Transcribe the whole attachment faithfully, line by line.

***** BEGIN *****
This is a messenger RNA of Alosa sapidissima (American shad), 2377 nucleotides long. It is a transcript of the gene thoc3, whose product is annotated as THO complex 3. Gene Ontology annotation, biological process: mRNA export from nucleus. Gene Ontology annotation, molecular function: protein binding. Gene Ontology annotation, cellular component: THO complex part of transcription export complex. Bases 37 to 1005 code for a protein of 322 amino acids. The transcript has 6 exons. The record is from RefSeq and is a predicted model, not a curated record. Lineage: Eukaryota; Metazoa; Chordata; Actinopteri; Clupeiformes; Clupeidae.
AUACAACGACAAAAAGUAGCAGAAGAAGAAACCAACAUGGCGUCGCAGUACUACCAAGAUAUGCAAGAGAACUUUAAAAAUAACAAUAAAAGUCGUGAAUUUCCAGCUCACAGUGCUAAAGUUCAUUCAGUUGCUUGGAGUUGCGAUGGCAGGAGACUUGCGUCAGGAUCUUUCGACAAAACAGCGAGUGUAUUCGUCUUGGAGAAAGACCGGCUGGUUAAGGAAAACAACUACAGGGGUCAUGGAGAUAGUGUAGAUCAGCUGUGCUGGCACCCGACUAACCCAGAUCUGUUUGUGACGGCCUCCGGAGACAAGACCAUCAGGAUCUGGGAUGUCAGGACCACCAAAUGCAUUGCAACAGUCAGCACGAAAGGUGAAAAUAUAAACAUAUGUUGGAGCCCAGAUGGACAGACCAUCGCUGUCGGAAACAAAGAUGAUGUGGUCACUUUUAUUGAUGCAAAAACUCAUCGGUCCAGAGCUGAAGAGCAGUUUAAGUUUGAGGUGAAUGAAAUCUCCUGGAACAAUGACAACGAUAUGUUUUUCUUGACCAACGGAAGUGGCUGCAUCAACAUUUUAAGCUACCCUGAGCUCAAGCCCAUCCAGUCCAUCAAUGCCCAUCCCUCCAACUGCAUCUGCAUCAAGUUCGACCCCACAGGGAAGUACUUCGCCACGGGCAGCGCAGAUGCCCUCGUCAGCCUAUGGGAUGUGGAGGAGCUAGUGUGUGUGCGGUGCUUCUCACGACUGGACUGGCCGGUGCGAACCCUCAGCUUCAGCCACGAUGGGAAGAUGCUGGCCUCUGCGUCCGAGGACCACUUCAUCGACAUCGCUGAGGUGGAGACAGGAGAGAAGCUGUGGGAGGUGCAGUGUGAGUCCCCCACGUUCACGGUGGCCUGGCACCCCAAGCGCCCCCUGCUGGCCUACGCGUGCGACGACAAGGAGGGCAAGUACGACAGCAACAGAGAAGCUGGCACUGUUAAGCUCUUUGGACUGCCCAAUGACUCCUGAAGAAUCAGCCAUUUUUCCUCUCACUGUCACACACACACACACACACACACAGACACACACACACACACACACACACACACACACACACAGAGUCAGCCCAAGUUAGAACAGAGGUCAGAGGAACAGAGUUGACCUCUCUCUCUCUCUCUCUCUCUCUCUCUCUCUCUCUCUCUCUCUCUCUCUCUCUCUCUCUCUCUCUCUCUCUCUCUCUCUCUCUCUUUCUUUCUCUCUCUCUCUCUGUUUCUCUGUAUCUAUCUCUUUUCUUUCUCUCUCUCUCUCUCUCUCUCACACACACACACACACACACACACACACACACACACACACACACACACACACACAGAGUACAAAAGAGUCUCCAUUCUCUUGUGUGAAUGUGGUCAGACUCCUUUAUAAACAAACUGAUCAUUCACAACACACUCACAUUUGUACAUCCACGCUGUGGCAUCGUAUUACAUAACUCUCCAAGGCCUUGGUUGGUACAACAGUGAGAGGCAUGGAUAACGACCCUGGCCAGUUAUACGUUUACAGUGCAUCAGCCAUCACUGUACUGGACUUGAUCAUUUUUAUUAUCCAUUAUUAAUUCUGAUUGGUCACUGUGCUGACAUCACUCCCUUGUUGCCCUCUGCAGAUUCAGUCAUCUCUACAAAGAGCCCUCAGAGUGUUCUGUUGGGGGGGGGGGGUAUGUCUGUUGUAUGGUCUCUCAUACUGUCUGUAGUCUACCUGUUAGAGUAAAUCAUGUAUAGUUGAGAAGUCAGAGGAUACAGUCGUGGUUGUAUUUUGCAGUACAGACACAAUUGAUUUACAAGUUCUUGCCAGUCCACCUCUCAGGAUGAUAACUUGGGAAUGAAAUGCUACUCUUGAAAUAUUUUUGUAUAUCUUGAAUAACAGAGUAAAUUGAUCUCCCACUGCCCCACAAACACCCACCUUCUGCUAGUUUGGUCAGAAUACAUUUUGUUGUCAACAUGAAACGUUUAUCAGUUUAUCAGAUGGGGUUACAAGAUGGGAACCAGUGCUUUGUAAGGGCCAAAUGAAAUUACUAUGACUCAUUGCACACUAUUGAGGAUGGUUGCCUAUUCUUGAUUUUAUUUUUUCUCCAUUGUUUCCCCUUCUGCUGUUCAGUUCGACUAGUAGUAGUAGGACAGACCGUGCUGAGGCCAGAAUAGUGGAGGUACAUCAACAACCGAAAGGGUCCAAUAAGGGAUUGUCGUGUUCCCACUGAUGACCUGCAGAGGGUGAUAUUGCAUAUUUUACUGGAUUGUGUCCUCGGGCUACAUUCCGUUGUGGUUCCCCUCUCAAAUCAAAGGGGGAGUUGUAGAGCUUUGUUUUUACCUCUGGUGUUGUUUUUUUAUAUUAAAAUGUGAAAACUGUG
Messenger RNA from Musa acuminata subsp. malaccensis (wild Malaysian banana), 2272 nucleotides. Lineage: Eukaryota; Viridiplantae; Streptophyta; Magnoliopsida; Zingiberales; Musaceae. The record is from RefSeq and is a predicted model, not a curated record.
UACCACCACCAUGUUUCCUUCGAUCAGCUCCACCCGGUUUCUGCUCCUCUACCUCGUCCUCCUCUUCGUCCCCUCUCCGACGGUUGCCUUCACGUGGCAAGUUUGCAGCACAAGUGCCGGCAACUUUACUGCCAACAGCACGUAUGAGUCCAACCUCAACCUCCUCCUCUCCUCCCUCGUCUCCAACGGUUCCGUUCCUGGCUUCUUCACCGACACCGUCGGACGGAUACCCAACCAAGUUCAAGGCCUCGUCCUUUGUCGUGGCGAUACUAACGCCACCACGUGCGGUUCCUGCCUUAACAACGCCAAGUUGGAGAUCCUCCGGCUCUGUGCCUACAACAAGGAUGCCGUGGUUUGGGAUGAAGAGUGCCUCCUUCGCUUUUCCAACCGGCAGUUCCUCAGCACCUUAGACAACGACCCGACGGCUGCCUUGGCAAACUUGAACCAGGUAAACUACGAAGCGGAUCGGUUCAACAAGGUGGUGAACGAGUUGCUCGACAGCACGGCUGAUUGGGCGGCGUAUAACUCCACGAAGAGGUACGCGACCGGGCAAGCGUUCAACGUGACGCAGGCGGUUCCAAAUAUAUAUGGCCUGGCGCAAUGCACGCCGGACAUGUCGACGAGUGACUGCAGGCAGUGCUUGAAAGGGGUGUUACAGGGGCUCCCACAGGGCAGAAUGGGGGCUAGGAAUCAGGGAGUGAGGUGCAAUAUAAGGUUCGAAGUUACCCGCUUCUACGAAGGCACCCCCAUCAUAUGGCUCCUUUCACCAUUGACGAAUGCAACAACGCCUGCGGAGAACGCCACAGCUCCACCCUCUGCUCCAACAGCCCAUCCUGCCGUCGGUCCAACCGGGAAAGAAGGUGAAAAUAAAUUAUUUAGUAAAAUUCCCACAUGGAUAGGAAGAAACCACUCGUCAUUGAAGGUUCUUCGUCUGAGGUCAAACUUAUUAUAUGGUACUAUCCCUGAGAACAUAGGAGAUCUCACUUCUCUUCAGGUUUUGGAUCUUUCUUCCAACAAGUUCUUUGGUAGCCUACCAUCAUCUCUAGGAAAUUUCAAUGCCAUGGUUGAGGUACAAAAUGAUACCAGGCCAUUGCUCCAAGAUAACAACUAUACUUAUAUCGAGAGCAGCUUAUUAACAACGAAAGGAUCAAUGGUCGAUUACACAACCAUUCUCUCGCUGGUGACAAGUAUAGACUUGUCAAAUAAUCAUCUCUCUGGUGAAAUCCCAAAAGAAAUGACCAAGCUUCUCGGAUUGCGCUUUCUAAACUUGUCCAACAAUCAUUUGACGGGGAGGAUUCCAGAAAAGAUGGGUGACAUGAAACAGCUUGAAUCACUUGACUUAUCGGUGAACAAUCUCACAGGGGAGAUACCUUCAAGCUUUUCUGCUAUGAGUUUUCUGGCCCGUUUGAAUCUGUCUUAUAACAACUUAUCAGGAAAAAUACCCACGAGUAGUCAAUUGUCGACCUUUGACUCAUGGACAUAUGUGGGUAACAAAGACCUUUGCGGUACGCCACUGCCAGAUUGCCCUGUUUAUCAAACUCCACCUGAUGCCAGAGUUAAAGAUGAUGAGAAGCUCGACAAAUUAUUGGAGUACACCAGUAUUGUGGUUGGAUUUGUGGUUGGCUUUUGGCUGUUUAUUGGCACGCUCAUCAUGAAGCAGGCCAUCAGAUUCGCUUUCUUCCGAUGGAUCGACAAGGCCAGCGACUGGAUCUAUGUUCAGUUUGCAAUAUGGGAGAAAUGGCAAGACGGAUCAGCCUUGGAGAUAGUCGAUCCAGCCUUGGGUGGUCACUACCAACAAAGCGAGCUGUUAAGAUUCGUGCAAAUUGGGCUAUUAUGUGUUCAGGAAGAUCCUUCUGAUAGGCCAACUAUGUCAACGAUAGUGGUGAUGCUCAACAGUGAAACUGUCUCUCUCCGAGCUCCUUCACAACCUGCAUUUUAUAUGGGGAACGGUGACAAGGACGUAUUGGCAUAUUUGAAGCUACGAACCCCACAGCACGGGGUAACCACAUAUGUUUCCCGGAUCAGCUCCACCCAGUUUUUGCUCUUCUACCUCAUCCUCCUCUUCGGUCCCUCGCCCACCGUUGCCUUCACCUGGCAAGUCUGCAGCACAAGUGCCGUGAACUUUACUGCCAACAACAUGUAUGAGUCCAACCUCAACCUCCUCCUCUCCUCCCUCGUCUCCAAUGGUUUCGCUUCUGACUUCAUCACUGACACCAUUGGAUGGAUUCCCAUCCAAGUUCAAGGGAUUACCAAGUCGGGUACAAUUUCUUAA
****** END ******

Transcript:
This is a messenger RNA of Alosa sapidissima (American shad), 2377 nucleotides long. It is a transcript of the gene thoc3, whose product is annotated as THO complex 3. Gene Ontology annotation, biological process: mRNA export from nucleus. Gene Ontology annotation, molecular function: protein binding. Gene Ontology annotation, cellular component: THO complex part of transcription export complex. Bases 37 to 1005 code for a protein of 322 amino acids. The transcript has 6 exons. The record is from RefSeq and is a predicted model, not a curated record. Lineage: Eukaryota; Metazoa; Chordata; Actinopteri; Clupeiformes; Clupeidae.
AUACAACGACAAAAAGUAGCAGAAGAAGAAACCAACAUGGCGUCGCAGUACUACCAAGAUAUGCAAGAGAACUUUAAAAAUAACAAUAAAAGUCGUGAAUUUCCAGCUCACAGUGCUAAAGUUCAUUCAGUUGCUUGGAGUUGCGAUGGCAGGAGACUUGCGUCAGGAUCUUUCGACAAAACAGCGAGUGUAUUCGUCUUGGAGAAAGACCGGCUGGUUAAGGAAAACAACUACAGGGGUCAUGGAGAUAGUGUAGAUCAGCUGUGCUGGCACCCGACUAACCCAGAUCUGUUUGUGACGGCCUCCGGAGACAAGACCAUCAGGAUCUGGGAUGUCAGGACCACCAAAUGCAUUGCAACAGUCAGCACGAAAGGUGAAAAUAUAAACAUAUGUUGGAGCCCAGAUGGACAGACCAUCGCUGUCGGAAACAAAGAUGAUGUGGUCACUUUUAUUGAUGCAAAAACUCAUCGGUCCAGAGCUGAAGAGCAGUUUAAGUUUGAGGUGAAUGAAAUCUCCUGGAACAAUGACAACGAUAUGUUUUUCUUGACCAACGGAAGUGGCUGCAUCAACAUUUUAAGCUACCCUGAGCUCAAGCCCAUCCAGUCCAUCAAUGCCCAUCCCUCCAACUGCAUCUGCAUCAAGUUCGACCCCACAGGGAAGUACUUCGCCACGGGCAGCGCAGAUGCCCUCGUCAGCCUAUGGGAUGUGGAGGAGCUAGUGUGUGUGCGGUGCUUCUCACGACUGGACUGGCCGGUGCGAACCCUCAGCUUCAGCCACGAUGGGAAGAUGCUGGCCUCUGCGUCCGAGGACCACUUCAUCGACAUCGCUGAGGUGGAGACAGGAGAGAAGCUGUGGGAGGUGCAGUGUGAGUCCCCCACGUUCACGGUGGCCUGGCACCCCAAGCGCCCCCUGCUGGCCUACGCGUGCGACGACAAGGAGGGCAAGUACGACAGCAACAGAGAAGCUGGCACUGUUAAGCUCUUUGGACUGCCCAAUGACUCCUGAAGAAUCAGCCAUUUUUCCUCUCACUGUCACACACACACACACACACACACAGACACACACACACACACACACACACACACACACACACAGAGUCAGCCCAAGUUAGAACAGAGGUCAGAGGAACAGAGUUGACCUCUCUCUCUCUCUCUCUCUCUCUCUCUCUCUCUCUCUCUCUCUCUCUCUCUCUCUCUCUCUCUCUCUCUCUCUCUCUCUCUCUCUUUCUUUCUCUCUCUCUCUCUGUUUCUCUGUAUCUAUCUCUUUUCUUUCUCUCUCUCUCUCUCUCUCUCACACACACACACACACACACACACACACACACACACACACACACACACACACACAGAGUACAAAAGAGUCUCCAUUCUCUUGUGUGAAUGUGGUCAGACUCCUUUAUAAACAAACUGAUCAUUCACAACACACUCACAUUUGUACAUCCACGCUGUGGCAUCGUAUUACAUAACUCUCCAAGGCCUUGGUUGGUACAACAGUGAGAGGCAUGGAUAACGACCCUGGCCAGUUAUACGUUUACAGUGCAUCAGCCAUCACUGUACUGGACUUGAUCAUUUUUAUUAUCCAUUAUUAAUUCUGAUUGGUCACUGUGCUGACAUCACUCCCUUGUUGCCCUCUGCAGAUUCAGUCAUCUCUACAAAGAGCCCUCAGAGUGUUCUGUUGGGGGGGGGGGGUAUGUCUGUUGUAUGGUCUCUCAUACUGUCUGUAGUCUACCUGUUAGAGUAAAUCAUGUAUAGUUGAGAAGUCAGAGGAUACAGUCGUGGUUGUAUUUUGCAGUACAGACACAAUUGAUUUACAAGUUCUUGCCAGUCCACCUCUCAGGAUGAUAACUUGGGAAUGAAAUGCUACUCUUGAAAUAUUUUUGUAUAUCUUGAAUAACAGAGUAAAUUGAUCUCCCACUGCCCCACAAACACCCACCUUCUGCUAGUUUGGUCAGAAUACAUUUUGUUGUCAACAUGAAACGUUUAUCAGUUUAUCAGAUGGGGUUACAAGAUGGGAACCAGUGCUUUGUAAGGGCCAAAUGAAAUUACUAUGACUCAUUGCACACUAUUGAGGAUGGUUGCCUAUUCUUGAUUUUAUUUUUUCUCCAUUGUUUCCCCUUCUGCUGUUCAGUUCGACUAGUAGUAGUAGGACAGACCGUGCUGAGGCCAGAAUAGUGGAGGUACAUCAACAACCGAAAGGGUCCAAUAAGGGAUUGUCGUGUUCCCACUGAUGACCUGCAGAGGGUGAUAUUGCAUAUUUUACUGGAUUGUGUCCUCGGGCUACAUUCCGUUGUGGUUCCCCUCUCAAAUCAAAGGGGGAGUUGUAGAGCUUUGUUUUUACCUCUGGUGUUGUUUUUUUAUAUUAAAAUGUGAAAACUGUG
Messenger RNA from Musa acuminata subsp. malaccensis (wild Malaysian banana), 2272 nucleotides. Lineage: Eukaryota; Viridiplantae; Streptophyta; Magnoliopsida; Zingiberales; Musaceae. The record is from RefSeq and is a predicted model, not a curated record.
UACCACCACCAUGUUUCCUUCGAUCAGCUCCACCCGGUUUCUGCUCCUCUACCUCGUCCUCCUCUUCGUCCCCUCUCCGACGGUUGCCUUCACGUGGCAAGUUUGCAGCACAAGUGCCGGCAACUUUACUGCCAACAGCACGUAUGAGUCCAACCUCAACCUCCUCCUCUCCUCCCUCGUCUCCAACGGUUCCGUUCCUGGCUUCUUCACCGACACCGUCGGACGGAUACCCAACCAAGUUCAAGGCCUCGUCCUUUGUCGUGGCGAUACUAACGCCACCACGUGCGGUUCCUGCCUUAACAACGCCAAGUUGGAGAUCCUCCGGCUCUGUGCCUACAACAAGGAUGCCGUGGUUUGGGAUGAAGAGUGCCUCCUUCGCUUUUCCAACCGGCAGUUCCUCAGCACCUUAGACAACGACCCGACGGCUGCCUUGGCAAACUUGAACCAGGUAAACUACGAAGCGGAUCGGUUCAACAAGGUGGUGAACGAGUUGCUCGACAGCACGGCUGAUUGGGCGGCGUAUAACUCCACGAAGAGGUACGCGACCGGGCAAGCGUUCAACGUGACGCAGGCGGUUCCAAAUAUAUAUGGCCUGGCGCAAUGCACGCCGGACAUGUCGACGAGUGACUGCAGGCAGUGCUUGAAAGGGGUGUUACAGGGGCUCCCACAGGGCAGAAUGGGGGCUAGGAAUCAGGGAGUGAGGUGCAAUAUAAGGUUCGAAGUUACCCGCUUCUACGAAGGCACCCCCAUCAUAUGGCUCCUUUCACCAUUGACGAAUGCAACAACGCCUGCGGAGAACGCCACAGCUCCACCCUCUGCUCCAACAGCCCAUCCUGCCGUCGGUCCAACCGGGAAAGAAGGUGAAAAUAAAUUAUUUAGUAAAAUUCCCACAUGGAUAGGAAGAAACCACUCGUCAUUGAAGGUUCUUCGUCUGAGGUCAAACUUAUUAUAUGGUACUAUCCCUGAGAACAUAGGAGAUCUCACUUCUCUUCAGGUUUUGGAUCUUUCUUCCAACAAGUUCUUUGGUAGCCUACCAUCAUCUCUAGGAAAUUUCAAUGCCAUGGUUGAGGUACAAAAUGAUACCAGGCCAUUGCUCCAAGAUAACAACUAUACUUAUAUCGAGAGCAGCUUAUUAACAACGAAAGGAUCAAUGGUCGAUUACACAACCAUUCUCUCGCUGGUGACAAGUAUAGACUUGUCAAAUAAUCAUCUCUCUGGUGAAAUCCCAAAAGAAAUGACCAAGCUUCUCGGAUUGCGCUUUCUAAACUUGUCCAACAAUCAUUUGACGGGGAGGAUUCCAGAAAAGAUGGGUGACAUGAAACAGCUUGAAUCACUUGACUUAUCGGUGAACAAUCUCACAGGGGAGAUACCUUCAAGCUUUUCUGCUAUGAGUUUUCUGGCCCGUUUGAAUCUGUCUUAUAACAACUUAUCAGGAAAAAUACCCACGAGUAGUCAAUUGUCGACCUUUGACUCAUGGACAUAUGUGGGUAACAAAGACCUUUGCGGUACGCCACUGCCAGAUUGCCCUGUUUAUCAAACUCCACCUGAUGCCAGAGUUAAAGAUGAUGAGAAGCUCGACAAAUUAUUGGAGUACACCAGUAUUGUGGUUGGAUUUGUGGUUGGCUUUUGGCUGUUUAUUGGCACGCUCAUCAUGAAGCAGGCCAUCAGAUUCGCUUUCUUCCGAUGGAUCGACAAGGCCAGCGACUGGAUCUAUGUUCAGUUUGCAAUAUGGGAGAAAUGGCAAGACGGAUCAGCCUUGGAGAUAGUCGAUCCAGCCUUGGGUGGUCACUACCAACAAAGCGAGCUGUUAAGAUUCGUGCAAAUUGGGCUAUUAUGUGUUCAGGAAGAUCCUUCUGAUAGGCCAACUAUGUCAACGAUAGUGGUGAUGCUCAACAGUGAAACUGUCUCUCUCCGAGCUCCUUCACAACCUGCAUUUUAUAUGGGGAACGGUGACAAGGACGUAUUGGCAUAUUUGAAGCUACGAACCCCACAGCACGGGGUAACCACAUAUGUUUCCCGGAUCAGCUCCACCCAGUUUUUGCUCUUCUACCUCAUCCUCCUCUUCGGUCCCUCGCCCACCGUUGCCUUCACCUGGCAAGUCUGCAGCACAAGUGCCGUGAACUUUACUGCCAACAACAUGUAUGAGUCCAACCUCAACCUCCUCCUCUCCUCCCUCGUCUCCAAUGGUUUCGCUUCUGACUUCAUCACUGACACCAUUGGAUGGAUUCCCAUCCAAGUUCAAGGGAUUACCAAGUCGGGUACAAUUUCUUAA